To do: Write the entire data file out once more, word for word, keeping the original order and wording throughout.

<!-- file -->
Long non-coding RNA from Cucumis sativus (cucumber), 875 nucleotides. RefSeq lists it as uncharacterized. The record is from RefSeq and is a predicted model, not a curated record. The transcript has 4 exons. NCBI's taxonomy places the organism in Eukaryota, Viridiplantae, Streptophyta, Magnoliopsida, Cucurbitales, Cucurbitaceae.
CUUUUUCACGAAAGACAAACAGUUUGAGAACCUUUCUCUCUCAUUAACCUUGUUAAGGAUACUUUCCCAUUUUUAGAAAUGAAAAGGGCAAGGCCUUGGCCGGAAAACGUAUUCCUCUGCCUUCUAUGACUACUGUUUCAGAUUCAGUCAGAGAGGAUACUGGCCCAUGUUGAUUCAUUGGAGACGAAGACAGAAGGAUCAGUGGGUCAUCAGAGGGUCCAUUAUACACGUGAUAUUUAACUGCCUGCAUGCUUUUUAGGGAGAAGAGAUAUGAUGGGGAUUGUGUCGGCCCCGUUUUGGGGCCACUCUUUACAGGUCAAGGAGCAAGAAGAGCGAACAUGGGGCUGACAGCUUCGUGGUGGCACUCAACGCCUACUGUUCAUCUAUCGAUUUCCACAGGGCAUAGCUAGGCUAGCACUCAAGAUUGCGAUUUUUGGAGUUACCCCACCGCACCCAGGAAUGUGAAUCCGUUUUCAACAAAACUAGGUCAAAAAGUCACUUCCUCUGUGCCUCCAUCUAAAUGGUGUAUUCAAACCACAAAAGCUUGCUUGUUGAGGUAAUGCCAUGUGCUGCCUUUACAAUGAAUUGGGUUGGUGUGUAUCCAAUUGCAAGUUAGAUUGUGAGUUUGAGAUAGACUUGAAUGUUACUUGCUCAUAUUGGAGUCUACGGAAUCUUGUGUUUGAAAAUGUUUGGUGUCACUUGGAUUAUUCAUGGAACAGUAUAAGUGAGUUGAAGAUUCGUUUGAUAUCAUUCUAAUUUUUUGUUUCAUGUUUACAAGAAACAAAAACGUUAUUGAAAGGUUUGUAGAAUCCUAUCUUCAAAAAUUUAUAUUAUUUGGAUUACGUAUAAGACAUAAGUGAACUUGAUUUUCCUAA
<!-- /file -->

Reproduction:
Long non-coding RNA from Cucumis sativus (cucumber), 875 nucleotides. RefSeq lists it as uncharacterized. The record is from RefSeq and is a predicted model, not a curated record. The transcript has 4 exons. NCBI's taxonomy places the organism in Eukaryota, Viridiplantae, Streptophyta, Magnoliopsida, Cucurbitales, Cucurbitaceae.
CUUUUUCACGAAAGACAAACAGUUUGAGAACCUUUCUCUCUCAUUAACCUUGUUAAGGAUACUUUCCCAUUUUUAGAAAUGAAAAGGGCAAGGCCUUGGCCGGAAAACGUAUUCCUCUGCCUUCUAUGACUACUGUUUCAGAUUCAGUCAGAGAGGAUACUGGCCCAUGUUGAUUCAUUGGAGACGAAGACAGAAGGAUCAGUGGGUCAUCAGAGGGUCCAUUAUACACGUGAUAUUUAACUGCCUGCAUGCUUUUUAGGGAGAAGAGAUAUGAUGGGGAUUGUGUCGGCCCCGUUUUGGGGCCACUCUUUACAGGUCAAGGAGCAAGAAGAGCGAACAUGGGGCUGACAGCUUCGUGGUGGCACUCAACGCCUACUGUUCAUCUAUCGAUUUCCACAGGGCAUAGCUAGGCUAGCACUCAAGAUUGCGAUUUUUGGAGUUACCCCACCGCACCCAGGAAUGUGAAUCCGUUUUCAACAAAACUAGGUCAAAAAGUCACUUCCUCUGUGCCUCCAUCUAAAUGGUGUAUUCAAACCACAAAAGCUUGCUUGUUGAGGUAAUGCCAUGUGCUGCCUUUACAAUGAAUUGGGUUGGUGUGUAUCCAAUUGCAAGUUAGAUUGUGAGUUUGAGAUAGACUUGAAUGUUACUUGCUCAUAUUGGAGUCUACGGAAUCUUGUGUUUGAAAAUGUUUGGUGUCACUUGGAUUAUUCAUGGAACAGUAUAAGUGAGUUGAAGAUUCGUUUGAUAUCAUUCUAAUUUUUUGUUUCAUGUUUACAAGAAACAAAAACGUUAUUGAAAGGUUUGUAGAAUCCUAUCUUCAAAAAUUUAUAUUAUUUGGAUUACGUAUAAGACAUAAGUGAACUUGAUUUUCCUAA